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World Trade Center (R)

Release Date: August 9th, 2006 by Paramount Pictures.
The Cast: Nicolas Cage, Michael Peña, Maria Bello, Maggie Gyllenhaal, Jay Hernandez, Michael Shannon, Frank Whaley, Stephen Dorff.
Directed by Oliver Stone.

BASIC PREMISE: Port Authority police officers John McLoughlin (Cage) and Will Jimeno (Peña) struggle to remain alive under the rubble of the World Trade Center.

ENTERTAINMENT VALUE: World Trade Center has plenty of dramatic tension that builds from a simple, straightforward plot. In the first act, the Port Authority police officers go about their business as usual—they wake up before dawn, say good-bye to their families, and leave to work in different means of transportation. An unnecessary, obvious caption comes onscreen which reads “September 11th, 2001.” When the first plane hits the one of the towers, everyone feels the rumble and then the panic sets in. Port Authority police officers John McLoughlin, Will Jimeno and the rest of their team immediately head to the World Trade Center area by bus. When the first tower collapses, John and Will get trapped many feet under the rubble of Tower One. At that point, World Trade Center becomes gripping, suspenseful and powerful as they both try to remain alive. Fortunately, Nicholas Cage and Michael Peña both give convincing performances. The same thing can be said for Maria Bello and Maggie Gyllenhal as John’s wife and Will’s wife, respectively. Screenwriter Andrea Berloff does a superb job of maintaining realism by including scenes of the officers’ families reacting at the present time as well as flashbacks to their past when they were all together. Also, Berloff keeps the plot extremely focused without going off on any distracting tangents—i.e. there’s no footage of George W. Bush. She also surprisingly adds some brief comic relief. Director Oliver Stone expertly cuts between the scenes above ground to the horrific scene below ground—a very dark, hellish location. Basically, what makes this film so engrossing is that during the scenes below ground, you feel like you’re trapped in there with John and Will, while above ground you feel like you’re part of their family who waits anxiously, minute-by-minute, to be reunited with their loved ones.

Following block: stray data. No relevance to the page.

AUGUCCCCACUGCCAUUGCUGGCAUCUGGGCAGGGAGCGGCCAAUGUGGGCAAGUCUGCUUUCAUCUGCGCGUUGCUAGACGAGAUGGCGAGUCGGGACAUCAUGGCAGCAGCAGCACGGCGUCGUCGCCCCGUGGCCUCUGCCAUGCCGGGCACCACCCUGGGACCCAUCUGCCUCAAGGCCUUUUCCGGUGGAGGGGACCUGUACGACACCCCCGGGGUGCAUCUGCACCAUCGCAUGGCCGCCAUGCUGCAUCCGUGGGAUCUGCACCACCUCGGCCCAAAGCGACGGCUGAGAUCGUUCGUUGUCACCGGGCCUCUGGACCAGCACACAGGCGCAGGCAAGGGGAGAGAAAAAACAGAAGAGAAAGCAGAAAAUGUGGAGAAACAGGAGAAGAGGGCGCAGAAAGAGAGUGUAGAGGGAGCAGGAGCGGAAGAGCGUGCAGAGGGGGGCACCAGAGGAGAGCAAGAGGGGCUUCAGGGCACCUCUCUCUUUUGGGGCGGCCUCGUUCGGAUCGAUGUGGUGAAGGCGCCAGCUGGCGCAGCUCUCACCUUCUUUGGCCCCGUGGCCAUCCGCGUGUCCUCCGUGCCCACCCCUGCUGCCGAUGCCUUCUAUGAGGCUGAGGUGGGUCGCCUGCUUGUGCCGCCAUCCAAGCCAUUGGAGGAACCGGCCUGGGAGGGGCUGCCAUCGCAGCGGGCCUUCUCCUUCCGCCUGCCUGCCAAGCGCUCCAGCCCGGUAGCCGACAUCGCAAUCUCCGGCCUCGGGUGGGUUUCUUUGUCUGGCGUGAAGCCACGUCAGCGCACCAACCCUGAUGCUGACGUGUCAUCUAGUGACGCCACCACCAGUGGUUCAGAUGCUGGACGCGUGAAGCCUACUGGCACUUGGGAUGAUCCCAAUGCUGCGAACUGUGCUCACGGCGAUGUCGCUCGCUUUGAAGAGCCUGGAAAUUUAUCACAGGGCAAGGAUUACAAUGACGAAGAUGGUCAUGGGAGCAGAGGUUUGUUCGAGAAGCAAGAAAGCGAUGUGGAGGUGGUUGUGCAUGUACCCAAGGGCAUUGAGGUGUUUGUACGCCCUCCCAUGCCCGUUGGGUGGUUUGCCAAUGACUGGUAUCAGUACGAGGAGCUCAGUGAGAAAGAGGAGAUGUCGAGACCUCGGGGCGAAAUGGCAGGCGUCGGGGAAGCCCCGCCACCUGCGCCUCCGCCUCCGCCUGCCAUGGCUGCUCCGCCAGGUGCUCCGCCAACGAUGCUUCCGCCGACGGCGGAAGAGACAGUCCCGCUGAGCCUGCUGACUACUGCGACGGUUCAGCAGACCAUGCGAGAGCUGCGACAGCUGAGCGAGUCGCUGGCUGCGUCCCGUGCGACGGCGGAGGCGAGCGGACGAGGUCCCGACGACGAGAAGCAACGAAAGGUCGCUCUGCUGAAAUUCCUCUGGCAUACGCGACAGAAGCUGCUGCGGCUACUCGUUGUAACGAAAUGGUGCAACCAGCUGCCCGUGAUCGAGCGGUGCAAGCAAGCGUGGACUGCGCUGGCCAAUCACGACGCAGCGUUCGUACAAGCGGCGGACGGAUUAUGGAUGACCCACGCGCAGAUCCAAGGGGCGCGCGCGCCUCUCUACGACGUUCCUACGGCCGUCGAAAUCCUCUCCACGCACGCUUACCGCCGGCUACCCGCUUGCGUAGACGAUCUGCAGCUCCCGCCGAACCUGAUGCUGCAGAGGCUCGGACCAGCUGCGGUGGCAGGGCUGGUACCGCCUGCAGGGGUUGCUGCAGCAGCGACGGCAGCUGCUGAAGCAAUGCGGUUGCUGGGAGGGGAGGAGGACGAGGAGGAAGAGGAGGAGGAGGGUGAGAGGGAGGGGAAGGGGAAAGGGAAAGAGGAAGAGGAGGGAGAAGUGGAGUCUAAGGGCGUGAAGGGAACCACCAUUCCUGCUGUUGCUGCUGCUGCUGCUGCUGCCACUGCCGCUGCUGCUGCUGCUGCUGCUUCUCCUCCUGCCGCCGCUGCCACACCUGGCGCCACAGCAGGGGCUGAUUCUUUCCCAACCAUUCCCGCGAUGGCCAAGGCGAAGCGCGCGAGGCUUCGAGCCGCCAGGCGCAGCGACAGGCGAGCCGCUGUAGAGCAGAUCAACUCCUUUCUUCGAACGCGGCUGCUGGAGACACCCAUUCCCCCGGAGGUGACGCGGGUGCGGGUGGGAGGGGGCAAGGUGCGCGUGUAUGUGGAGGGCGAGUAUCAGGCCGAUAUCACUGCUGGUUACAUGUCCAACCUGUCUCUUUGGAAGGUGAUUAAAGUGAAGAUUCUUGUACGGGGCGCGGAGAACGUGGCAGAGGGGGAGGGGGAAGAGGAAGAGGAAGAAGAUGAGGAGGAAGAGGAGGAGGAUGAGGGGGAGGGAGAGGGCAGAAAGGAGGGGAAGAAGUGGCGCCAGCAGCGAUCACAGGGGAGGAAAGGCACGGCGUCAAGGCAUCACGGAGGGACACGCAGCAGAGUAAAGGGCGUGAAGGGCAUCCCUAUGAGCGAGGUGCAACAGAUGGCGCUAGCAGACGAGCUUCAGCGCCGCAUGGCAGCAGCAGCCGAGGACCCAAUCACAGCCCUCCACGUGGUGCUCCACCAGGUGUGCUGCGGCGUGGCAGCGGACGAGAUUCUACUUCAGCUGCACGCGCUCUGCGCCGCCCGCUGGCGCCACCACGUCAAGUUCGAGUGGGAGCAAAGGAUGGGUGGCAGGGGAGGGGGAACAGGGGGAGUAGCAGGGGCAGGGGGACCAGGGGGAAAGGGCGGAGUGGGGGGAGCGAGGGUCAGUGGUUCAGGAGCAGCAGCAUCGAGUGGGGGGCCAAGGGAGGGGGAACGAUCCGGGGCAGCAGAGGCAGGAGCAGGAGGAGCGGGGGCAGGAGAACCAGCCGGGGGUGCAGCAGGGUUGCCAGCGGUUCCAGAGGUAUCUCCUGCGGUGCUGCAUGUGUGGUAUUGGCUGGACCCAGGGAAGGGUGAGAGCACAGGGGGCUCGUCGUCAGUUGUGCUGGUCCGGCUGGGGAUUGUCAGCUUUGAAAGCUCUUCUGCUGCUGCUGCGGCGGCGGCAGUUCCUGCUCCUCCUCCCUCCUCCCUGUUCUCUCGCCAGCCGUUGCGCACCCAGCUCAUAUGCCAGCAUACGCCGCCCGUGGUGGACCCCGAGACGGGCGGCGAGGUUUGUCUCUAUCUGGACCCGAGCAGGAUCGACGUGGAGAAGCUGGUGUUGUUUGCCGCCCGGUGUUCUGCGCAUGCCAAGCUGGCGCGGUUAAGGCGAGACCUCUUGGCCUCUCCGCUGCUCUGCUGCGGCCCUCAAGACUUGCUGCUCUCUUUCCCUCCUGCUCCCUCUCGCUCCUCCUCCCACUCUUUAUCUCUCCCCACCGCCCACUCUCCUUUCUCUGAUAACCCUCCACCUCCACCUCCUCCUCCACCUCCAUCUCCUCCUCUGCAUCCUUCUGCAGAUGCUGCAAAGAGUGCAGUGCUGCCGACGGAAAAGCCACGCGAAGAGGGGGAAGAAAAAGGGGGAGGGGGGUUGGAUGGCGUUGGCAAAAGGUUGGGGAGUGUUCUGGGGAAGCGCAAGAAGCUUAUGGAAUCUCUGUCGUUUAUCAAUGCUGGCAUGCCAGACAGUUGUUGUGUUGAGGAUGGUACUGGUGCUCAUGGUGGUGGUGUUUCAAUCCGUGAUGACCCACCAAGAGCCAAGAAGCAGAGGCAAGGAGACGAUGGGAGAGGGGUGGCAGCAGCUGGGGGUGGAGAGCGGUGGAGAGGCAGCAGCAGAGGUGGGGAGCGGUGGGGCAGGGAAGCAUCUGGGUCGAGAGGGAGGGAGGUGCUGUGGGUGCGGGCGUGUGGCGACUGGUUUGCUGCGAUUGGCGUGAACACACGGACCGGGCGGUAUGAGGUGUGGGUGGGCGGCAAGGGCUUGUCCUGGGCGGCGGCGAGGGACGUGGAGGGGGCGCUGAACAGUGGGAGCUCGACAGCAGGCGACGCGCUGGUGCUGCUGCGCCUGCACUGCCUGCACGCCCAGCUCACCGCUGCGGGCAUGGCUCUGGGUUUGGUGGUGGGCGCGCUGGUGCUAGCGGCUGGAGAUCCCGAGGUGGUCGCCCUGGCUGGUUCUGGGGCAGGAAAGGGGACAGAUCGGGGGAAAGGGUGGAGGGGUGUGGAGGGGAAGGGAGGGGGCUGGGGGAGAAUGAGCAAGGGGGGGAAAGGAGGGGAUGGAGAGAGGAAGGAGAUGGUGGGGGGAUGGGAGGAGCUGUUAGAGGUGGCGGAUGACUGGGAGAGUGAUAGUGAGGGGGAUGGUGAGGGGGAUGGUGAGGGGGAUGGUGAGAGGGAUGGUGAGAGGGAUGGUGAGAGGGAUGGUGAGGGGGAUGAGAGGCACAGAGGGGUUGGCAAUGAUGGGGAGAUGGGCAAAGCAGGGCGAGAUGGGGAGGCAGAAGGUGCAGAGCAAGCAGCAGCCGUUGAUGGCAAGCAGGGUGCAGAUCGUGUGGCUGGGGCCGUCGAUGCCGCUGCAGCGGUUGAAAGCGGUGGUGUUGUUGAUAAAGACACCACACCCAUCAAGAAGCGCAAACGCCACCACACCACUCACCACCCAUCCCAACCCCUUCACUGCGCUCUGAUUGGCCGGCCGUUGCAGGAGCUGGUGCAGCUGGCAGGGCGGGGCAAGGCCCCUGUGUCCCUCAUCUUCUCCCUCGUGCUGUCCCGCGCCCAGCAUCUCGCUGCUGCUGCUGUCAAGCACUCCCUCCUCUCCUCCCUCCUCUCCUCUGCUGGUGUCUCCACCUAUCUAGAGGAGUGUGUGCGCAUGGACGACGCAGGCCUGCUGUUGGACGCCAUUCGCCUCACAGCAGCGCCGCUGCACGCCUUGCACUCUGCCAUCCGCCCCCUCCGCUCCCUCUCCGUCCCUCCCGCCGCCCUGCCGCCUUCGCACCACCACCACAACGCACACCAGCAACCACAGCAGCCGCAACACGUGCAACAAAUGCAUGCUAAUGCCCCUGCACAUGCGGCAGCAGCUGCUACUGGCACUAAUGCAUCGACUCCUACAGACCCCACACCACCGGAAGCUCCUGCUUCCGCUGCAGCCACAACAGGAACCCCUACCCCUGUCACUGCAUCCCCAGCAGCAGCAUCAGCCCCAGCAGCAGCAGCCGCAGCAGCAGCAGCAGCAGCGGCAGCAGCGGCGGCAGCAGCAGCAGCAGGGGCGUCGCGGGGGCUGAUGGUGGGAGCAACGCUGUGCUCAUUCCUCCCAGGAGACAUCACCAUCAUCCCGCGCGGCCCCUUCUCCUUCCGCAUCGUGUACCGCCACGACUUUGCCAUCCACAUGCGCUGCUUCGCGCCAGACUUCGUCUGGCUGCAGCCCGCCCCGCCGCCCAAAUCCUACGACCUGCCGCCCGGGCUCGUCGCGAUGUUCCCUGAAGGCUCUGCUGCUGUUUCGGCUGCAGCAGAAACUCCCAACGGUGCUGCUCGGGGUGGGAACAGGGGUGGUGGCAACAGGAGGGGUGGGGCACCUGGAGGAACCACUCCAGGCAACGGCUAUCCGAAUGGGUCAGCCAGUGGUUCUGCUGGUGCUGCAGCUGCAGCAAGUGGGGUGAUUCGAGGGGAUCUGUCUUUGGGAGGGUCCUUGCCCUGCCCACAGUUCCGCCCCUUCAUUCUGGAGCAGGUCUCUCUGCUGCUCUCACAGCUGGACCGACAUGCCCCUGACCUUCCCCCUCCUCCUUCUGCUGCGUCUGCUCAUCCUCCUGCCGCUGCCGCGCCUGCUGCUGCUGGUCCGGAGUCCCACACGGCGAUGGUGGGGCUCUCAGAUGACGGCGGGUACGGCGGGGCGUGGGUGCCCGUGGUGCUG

SPIRITUAL VALUE: Every human being will be moved to some degree by the second act as John and Will cling onto their lives while their families await their return with their eyes glued to their TV sets. When the rescuers finally arrive, it’s easy to feel a sense of relief and joy for the miraculous survival—although, concurrently, there’s a deep sense of sadness for the many others who perished. The beautiful musical score adds to the strong emotional impact which lasts long after the end credits roll.



IN A NUTSHELL: A gripping, focused, and emotionally-powerful film.

RECOMMENDED WAY TO WATCH: Movie Theater (1st Run)

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